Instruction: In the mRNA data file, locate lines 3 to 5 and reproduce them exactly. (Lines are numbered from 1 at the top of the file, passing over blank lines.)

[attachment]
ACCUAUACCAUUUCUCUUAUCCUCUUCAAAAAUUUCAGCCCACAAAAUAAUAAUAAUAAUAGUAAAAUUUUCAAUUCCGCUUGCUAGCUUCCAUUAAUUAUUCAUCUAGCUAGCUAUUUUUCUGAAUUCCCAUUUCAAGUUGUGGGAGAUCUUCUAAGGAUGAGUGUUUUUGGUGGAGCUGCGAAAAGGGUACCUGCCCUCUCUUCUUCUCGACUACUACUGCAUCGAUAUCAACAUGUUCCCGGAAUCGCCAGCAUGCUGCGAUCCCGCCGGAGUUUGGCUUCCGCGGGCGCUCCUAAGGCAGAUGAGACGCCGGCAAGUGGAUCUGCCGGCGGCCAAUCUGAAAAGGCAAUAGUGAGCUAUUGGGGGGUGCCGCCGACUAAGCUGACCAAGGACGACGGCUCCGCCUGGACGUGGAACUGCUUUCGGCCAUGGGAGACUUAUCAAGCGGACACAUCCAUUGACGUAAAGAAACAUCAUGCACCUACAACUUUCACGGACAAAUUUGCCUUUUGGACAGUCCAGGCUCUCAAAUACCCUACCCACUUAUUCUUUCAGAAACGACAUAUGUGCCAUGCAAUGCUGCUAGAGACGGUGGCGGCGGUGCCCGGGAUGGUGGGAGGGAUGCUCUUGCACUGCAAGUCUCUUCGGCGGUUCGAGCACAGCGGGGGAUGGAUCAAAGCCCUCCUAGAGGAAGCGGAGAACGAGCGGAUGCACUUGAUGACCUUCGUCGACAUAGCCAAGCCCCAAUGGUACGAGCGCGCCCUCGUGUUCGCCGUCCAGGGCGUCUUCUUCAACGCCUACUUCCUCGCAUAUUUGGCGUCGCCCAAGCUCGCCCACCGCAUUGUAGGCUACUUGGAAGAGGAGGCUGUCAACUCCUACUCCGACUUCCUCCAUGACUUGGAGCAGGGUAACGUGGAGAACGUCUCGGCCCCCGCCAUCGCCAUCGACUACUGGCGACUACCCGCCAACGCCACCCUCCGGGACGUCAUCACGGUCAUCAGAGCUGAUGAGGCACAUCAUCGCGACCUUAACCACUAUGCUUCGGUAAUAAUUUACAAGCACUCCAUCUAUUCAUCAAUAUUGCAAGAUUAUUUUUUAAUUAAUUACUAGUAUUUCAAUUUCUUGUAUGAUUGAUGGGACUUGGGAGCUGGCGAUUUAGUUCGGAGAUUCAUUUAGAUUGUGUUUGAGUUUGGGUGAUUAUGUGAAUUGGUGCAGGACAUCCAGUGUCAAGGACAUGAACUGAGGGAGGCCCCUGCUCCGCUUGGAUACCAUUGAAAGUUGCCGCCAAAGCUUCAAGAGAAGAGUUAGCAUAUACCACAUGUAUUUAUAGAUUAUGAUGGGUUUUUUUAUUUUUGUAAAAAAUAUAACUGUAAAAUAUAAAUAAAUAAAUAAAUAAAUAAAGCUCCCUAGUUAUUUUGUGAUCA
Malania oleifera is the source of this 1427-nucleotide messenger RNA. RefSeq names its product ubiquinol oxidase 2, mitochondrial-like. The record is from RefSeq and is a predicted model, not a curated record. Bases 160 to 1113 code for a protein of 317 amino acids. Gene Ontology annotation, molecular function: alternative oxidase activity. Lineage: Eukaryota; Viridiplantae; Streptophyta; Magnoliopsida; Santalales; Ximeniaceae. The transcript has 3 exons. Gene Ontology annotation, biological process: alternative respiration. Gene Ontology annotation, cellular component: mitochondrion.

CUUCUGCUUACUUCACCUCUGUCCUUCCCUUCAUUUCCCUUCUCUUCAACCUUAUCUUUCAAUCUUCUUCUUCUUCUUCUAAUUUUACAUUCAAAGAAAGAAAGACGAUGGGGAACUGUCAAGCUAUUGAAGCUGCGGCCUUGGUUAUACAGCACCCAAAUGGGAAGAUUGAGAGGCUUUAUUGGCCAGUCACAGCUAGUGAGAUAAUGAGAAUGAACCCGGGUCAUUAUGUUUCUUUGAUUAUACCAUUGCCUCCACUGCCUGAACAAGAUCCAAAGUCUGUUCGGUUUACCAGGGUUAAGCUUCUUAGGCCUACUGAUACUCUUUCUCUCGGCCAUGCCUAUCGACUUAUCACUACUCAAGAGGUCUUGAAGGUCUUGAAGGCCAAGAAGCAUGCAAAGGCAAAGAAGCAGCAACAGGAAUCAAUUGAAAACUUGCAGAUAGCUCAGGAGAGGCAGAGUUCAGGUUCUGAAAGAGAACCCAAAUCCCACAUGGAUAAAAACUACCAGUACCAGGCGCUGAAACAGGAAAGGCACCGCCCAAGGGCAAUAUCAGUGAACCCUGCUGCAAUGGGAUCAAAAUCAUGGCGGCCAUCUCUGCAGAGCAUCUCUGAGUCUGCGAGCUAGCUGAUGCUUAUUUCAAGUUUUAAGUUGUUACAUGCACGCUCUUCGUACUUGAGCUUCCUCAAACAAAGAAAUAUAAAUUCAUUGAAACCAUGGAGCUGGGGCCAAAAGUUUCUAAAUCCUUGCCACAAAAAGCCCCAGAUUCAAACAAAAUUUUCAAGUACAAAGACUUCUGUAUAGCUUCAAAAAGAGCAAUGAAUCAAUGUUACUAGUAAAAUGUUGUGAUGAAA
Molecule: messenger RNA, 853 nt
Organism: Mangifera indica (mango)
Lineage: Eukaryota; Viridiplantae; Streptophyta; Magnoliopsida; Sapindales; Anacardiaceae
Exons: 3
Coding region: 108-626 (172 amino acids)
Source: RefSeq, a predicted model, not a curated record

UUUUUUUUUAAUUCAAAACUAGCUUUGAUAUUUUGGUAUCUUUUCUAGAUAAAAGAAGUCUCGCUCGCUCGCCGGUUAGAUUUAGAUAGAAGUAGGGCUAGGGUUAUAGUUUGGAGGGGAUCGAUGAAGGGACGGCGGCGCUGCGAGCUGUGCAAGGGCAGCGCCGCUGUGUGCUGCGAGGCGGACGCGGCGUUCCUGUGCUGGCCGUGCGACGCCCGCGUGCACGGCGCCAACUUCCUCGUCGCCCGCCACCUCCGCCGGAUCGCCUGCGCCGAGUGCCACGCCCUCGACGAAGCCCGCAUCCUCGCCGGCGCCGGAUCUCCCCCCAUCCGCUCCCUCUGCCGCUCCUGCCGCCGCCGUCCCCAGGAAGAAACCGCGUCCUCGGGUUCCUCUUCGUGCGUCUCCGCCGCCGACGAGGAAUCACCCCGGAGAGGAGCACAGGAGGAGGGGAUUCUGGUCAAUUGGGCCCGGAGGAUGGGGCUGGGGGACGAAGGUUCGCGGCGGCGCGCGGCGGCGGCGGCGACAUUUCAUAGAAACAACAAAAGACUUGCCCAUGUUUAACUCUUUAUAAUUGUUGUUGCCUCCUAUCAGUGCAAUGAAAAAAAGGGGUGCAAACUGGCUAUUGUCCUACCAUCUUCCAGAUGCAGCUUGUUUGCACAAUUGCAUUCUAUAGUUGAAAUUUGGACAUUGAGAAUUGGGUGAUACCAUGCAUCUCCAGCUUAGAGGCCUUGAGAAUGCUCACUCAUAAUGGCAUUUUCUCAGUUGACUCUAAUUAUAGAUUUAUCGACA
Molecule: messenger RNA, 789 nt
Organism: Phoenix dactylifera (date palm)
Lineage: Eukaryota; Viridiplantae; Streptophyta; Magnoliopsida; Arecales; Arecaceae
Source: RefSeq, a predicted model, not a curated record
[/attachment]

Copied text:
CUUCUGCUUACUUCACCUCUGUCCUUCCCUUCAUUUCCCUUCUCUUCAACCUUAUCUUUCAAUCUUCUUCUUCUUCUUCUAAUUUUACAUUCAAAGAAAGAAAGACGAUGGGGAACUGUCAAGCUAUUGAAGCUGCGGCCUUGGUUAUACAGCACCCAAAUGGGAAGAUUGAGAGGCUUUAUUGGCCAGUCACAGCUAGUGAGAUAAUGAGAAUGAACCCGGGUCAUUAUGUUUCUUUGAUUAUACCAUUGCCUCCACUGCCUGAACAAGAUCCAAAGUCUGUUCGGUUUACCAGGGUUAAGCUUCUUAGGCCUACUGAUACUCUUUCUCUCGGCCAUGCCUAUCGACUUAUCACUACUCAAGAGGUCUUGAAGGUCUUGAAGGCCAAGAAGCAUGCAAAGGCAAAGAAGCAGCAACAGGAAUCAAUUGAAAACUUGCAGAUAGCUCAGGAGAGGCAGAGUUCAGGUUCUGAAAGAGAACCCAAAUCCCACAUGGAUAAAAACUACCAGUACCAGGCGCUGAAACAGGAAAGGCACCGCCCAAGGGCAAUAUCAGUGAACCCUGCUGCAAUGGGAUCAAAAUCAUGGCGGCCAUCUCUGCAGAGCAUCUCUGAGUCUGCGAGCUAGCUGAUGCUUAUUUCAAGUUUUAAGUUGUUACAUGCACGCUCUUCGUACUUGAGCUUCCUCAAACAAAGAAAUAUAAAUUCAUUGAAACCAUGGAGCUGGGGCCAAAAGUUUCUAAAUCCUUGCCACAAAAAGCCCCAGAUUCAAACAAAAUUUUCAAGUACAAAGACUUCUGUAUAGCUUCAAAAAGAGCAAUGAAUCAAUGUUACUAGUAAAAUGUUGUGAUGAAA
Molecule: messenger RNA, 853 nt
Organism: Mangifera indica (mango)